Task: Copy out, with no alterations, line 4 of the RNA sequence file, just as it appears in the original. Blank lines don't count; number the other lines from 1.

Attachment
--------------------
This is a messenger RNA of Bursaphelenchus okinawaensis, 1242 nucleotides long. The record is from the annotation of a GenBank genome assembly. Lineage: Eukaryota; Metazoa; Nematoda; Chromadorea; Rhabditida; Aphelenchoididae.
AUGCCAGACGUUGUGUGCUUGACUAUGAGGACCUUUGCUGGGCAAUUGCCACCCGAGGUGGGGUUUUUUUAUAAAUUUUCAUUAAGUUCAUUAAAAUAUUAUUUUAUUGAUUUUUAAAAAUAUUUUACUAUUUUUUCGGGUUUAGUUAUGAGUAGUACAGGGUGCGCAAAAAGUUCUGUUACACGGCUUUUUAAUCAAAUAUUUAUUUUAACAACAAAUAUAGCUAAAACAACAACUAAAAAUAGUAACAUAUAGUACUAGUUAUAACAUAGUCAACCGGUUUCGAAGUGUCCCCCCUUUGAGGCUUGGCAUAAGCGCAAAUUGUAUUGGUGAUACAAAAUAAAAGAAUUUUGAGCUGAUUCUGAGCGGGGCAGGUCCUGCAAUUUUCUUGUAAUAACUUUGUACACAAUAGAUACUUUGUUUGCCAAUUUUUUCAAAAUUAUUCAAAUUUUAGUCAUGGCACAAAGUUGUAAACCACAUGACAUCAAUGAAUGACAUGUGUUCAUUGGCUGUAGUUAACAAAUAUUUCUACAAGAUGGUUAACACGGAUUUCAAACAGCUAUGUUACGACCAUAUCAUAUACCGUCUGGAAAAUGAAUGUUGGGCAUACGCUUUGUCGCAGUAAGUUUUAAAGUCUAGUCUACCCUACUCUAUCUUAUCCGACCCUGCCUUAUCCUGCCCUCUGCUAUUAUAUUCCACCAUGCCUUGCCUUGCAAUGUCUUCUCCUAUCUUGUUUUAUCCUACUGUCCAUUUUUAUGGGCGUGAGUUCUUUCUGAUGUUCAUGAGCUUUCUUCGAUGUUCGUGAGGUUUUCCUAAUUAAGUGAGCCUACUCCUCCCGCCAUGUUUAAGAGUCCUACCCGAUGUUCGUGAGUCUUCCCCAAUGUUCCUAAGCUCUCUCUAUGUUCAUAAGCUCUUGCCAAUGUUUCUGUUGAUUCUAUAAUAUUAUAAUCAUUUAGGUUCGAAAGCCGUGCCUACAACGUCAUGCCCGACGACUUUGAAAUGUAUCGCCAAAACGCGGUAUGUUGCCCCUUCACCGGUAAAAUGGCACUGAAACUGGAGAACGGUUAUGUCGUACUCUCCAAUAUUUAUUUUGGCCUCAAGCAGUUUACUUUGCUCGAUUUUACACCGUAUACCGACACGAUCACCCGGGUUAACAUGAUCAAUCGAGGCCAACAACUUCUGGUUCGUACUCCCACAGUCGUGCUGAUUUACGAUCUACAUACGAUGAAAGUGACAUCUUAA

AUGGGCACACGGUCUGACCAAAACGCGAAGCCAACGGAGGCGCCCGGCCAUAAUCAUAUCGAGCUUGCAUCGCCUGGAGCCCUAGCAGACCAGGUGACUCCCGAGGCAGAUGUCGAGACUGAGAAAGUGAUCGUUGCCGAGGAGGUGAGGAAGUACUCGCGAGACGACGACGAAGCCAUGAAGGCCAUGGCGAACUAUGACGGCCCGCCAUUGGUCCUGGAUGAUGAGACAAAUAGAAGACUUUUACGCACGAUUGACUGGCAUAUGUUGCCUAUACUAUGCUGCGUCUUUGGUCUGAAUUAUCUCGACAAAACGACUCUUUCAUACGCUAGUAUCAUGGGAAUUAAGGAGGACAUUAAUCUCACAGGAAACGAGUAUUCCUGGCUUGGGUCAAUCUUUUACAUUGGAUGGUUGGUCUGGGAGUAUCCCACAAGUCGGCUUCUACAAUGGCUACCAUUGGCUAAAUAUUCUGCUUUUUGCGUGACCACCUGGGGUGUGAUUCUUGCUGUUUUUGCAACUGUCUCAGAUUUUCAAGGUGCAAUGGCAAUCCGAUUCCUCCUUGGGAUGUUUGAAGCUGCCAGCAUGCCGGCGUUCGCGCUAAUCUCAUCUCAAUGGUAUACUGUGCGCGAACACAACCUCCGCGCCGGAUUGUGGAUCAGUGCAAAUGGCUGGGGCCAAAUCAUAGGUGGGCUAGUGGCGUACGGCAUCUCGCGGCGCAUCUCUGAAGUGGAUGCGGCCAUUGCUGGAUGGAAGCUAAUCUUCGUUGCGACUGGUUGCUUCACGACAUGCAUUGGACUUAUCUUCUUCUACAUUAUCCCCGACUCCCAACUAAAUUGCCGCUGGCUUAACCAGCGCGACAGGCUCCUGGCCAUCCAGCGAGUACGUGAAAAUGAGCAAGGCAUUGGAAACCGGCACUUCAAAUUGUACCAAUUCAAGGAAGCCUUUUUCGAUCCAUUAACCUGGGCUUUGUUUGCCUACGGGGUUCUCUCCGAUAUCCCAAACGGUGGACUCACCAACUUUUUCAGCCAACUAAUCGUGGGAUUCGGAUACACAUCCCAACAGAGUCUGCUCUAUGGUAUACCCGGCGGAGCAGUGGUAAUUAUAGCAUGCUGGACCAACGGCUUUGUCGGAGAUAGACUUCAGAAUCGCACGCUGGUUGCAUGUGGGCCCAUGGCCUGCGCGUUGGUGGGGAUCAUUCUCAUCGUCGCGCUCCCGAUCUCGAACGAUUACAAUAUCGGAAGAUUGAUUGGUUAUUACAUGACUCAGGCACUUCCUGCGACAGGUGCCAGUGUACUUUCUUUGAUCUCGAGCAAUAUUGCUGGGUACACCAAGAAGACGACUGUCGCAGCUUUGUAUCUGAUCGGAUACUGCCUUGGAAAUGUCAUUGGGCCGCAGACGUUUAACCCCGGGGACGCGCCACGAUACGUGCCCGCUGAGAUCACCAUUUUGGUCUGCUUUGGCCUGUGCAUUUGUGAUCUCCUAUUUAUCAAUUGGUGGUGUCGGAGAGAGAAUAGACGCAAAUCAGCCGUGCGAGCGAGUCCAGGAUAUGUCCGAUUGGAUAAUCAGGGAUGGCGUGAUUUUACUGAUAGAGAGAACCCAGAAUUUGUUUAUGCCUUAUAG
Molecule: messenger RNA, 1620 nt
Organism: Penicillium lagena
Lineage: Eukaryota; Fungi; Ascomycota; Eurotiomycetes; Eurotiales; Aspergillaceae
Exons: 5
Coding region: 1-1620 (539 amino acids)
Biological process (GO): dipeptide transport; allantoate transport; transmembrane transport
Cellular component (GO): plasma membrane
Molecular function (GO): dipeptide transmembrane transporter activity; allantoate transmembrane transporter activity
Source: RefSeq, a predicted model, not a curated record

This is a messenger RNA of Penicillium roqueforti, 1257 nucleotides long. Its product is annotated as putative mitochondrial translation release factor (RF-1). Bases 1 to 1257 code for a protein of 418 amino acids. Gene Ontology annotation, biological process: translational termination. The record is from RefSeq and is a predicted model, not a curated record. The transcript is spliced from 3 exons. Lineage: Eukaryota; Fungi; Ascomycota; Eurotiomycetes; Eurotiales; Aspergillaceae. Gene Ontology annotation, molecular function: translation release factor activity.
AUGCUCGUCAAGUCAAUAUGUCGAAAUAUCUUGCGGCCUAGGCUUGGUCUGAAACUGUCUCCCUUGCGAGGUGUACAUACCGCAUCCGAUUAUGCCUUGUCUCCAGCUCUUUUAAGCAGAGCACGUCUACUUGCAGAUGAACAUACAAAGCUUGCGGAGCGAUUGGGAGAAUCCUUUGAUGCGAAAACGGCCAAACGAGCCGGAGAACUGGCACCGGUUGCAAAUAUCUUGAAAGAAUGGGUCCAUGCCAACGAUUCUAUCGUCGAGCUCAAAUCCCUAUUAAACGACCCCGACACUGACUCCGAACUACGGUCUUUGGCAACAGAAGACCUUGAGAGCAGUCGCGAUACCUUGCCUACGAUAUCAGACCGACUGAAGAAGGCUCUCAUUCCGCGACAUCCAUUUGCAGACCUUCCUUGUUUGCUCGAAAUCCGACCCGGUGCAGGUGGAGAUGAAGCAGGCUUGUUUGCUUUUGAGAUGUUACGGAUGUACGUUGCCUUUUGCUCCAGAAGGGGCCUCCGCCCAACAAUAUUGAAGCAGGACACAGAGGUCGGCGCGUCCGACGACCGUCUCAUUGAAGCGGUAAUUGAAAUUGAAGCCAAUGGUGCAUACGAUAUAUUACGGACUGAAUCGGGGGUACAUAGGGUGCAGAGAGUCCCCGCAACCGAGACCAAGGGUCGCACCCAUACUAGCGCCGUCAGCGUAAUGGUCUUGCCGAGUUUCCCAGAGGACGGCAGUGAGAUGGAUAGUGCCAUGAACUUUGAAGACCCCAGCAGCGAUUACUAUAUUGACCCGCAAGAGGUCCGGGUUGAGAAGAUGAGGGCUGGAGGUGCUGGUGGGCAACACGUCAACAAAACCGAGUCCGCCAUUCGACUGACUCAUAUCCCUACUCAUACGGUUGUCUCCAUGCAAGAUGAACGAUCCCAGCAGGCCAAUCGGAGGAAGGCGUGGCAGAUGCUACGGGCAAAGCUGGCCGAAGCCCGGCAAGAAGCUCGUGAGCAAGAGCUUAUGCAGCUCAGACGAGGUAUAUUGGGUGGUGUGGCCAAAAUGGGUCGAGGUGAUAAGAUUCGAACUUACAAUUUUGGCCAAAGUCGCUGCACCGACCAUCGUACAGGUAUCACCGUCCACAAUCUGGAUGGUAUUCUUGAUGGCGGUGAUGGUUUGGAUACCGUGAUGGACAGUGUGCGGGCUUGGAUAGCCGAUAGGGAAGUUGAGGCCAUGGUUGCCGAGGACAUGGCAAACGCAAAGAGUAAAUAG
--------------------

Molecule: messenger RNA, 1620 nt